What are the treatments for esophageal cancer?
The approach to cancer treatment is individualized to each patient's situation. Recommended treatments depend on the stage and health of the patient. A team of physicians will help decide with the patient and family what might be the best approach to their specific situation. These providers may include specialists in medical oncology, radiation oncology, and surgery, in addition to the patient's primary care provider.
Esophageal cancer is often found in older patients who have other underlying illnesses that complicate treatment. Esophageal cancer is often diagnosed late in the course of the disease because symptoms often occur only after a tumor has grown and potentially spread. Most often, if the patient can tolerate it, treatment consists of a combination of chemotherapy, radiation therapy, and surgery.
The National Comprehensive Cancer Network maintains up-to-date guidelines based upon ongoing clinical trials that allow cancer specialists to offer treatment advice to patients and family.
The decision to undergo surgery and the type of surgery that might be appropriate depends upon the type of esophageal cancer, its staging, and the underlying health of the patient. Treatment guidelines are continuously being evaluated and revised, based upon the development of new treatments and the results of ongoing clinical trials.
Surgery may involve esophagectomy or removal of the whole esophagus.
Some patients are able to have the removed esophagus replaced with another piece of bowel to connect the mouth to the stomach. If that is not possible, percutaneous gastrostomy may be required to get food and fluid into the stomach to be digested. A tube is placed through the skin and anchored into the stomach to allow tube feedings.
Chemotherapy and radiation
Chemotherapy and radiation therapy (also called external beam radiation) may be administered prior to surgery to help shrink the tumor. There are a variety of chemotherapy protocols that may be considered. Surgery may be delayed after the diagnosis is made to allow the chemotherapy and radiation to be administered.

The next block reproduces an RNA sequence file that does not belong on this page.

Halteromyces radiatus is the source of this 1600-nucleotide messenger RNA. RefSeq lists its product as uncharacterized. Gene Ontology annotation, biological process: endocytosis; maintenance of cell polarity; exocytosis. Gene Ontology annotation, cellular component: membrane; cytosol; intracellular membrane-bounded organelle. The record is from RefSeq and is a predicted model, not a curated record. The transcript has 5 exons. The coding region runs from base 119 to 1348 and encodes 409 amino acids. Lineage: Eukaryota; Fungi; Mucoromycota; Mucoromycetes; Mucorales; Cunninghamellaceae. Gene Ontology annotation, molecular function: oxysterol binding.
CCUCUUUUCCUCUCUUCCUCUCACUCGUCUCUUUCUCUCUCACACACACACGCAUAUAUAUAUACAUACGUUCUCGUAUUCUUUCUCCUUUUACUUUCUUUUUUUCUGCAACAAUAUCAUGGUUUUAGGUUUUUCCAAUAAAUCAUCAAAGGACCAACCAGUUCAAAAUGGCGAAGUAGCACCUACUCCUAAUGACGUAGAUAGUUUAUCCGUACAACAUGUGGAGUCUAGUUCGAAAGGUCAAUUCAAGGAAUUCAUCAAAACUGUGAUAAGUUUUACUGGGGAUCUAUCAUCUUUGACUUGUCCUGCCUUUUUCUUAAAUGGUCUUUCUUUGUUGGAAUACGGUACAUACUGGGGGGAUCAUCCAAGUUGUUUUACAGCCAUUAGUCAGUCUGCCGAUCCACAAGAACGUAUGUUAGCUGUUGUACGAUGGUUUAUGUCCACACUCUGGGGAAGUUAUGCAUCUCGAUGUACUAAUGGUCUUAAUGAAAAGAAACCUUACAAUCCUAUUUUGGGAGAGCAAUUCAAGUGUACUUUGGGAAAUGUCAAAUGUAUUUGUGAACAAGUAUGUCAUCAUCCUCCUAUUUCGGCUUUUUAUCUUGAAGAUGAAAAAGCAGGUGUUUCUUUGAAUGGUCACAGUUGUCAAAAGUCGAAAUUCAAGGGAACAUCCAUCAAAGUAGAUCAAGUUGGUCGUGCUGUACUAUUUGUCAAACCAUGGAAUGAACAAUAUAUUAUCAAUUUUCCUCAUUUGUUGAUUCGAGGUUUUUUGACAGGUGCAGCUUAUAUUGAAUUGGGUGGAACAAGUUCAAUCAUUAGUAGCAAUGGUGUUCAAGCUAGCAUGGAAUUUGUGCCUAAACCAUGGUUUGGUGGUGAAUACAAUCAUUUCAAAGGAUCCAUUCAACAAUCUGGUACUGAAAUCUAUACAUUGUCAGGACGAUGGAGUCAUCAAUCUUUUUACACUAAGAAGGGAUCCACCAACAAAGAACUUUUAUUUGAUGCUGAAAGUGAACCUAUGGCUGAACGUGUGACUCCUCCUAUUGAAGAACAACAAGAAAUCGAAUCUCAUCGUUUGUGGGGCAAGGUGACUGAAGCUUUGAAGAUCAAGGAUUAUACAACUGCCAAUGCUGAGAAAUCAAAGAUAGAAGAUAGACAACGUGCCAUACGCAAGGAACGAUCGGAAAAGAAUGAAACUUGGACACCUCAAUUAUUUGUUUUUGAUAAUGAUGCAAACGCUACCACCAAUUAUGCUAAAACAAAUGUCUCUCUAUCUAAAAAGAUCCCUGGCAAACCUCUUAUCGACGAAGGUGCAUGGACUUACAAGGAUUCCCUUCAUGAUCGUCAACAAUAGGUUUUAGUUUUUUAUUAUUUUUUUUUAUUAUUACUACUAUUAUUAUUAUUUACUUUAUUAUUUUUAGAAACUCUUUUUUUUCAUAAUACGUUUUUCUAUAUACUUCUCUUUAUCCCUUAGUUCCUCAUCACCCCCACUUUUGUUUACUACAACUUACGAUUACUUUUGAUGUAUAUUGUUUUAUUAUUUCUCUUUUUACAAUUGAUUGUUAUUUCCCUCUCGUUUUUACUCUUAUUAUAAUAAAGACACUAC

Chemotherapy and radiation therapy that have been started after surgery have not been shown to increase survival. However, there may be a benefit to survival when these therapies are continued after surgery, if they were started before the operation.
There are specific genes that are associated with esophageal cancer. In certain circumstances, the tumor can be tested to see whether genes like HER2 are present. Targeted medications can attach or bind to different protein sites on the tumor cells and inhibit tumor growth. This is immunotherapy, which tries to kill only tumor cells, unlike chemotherapy, which also kills normal cells as a side effect.
If the esophageal cancer is confined the walls of the esophagus with no spread to the lymph nodes or distant organs (stage I), surgical removal of the tumor may be accomplished via endoscopic procedure.
Light therapy may be used to treat esophageal cancers that are small in size and have not spread or metastasized. In this treatment, a photo-sensitizing drug is injected into the body where it is absorbed by cells, where they can last for two to three days. However, cancer cells seem to keep a concentration of the drug longer. When the patient is exposed to light from a laser, the drug may kill the cancer cell.
This type of treatment is limited because light cannot penetrate deeply into the body and is effective in only small tumors. At present, photodynamic therapy is approved for esophageal cancer and non-small-cell lung cancer.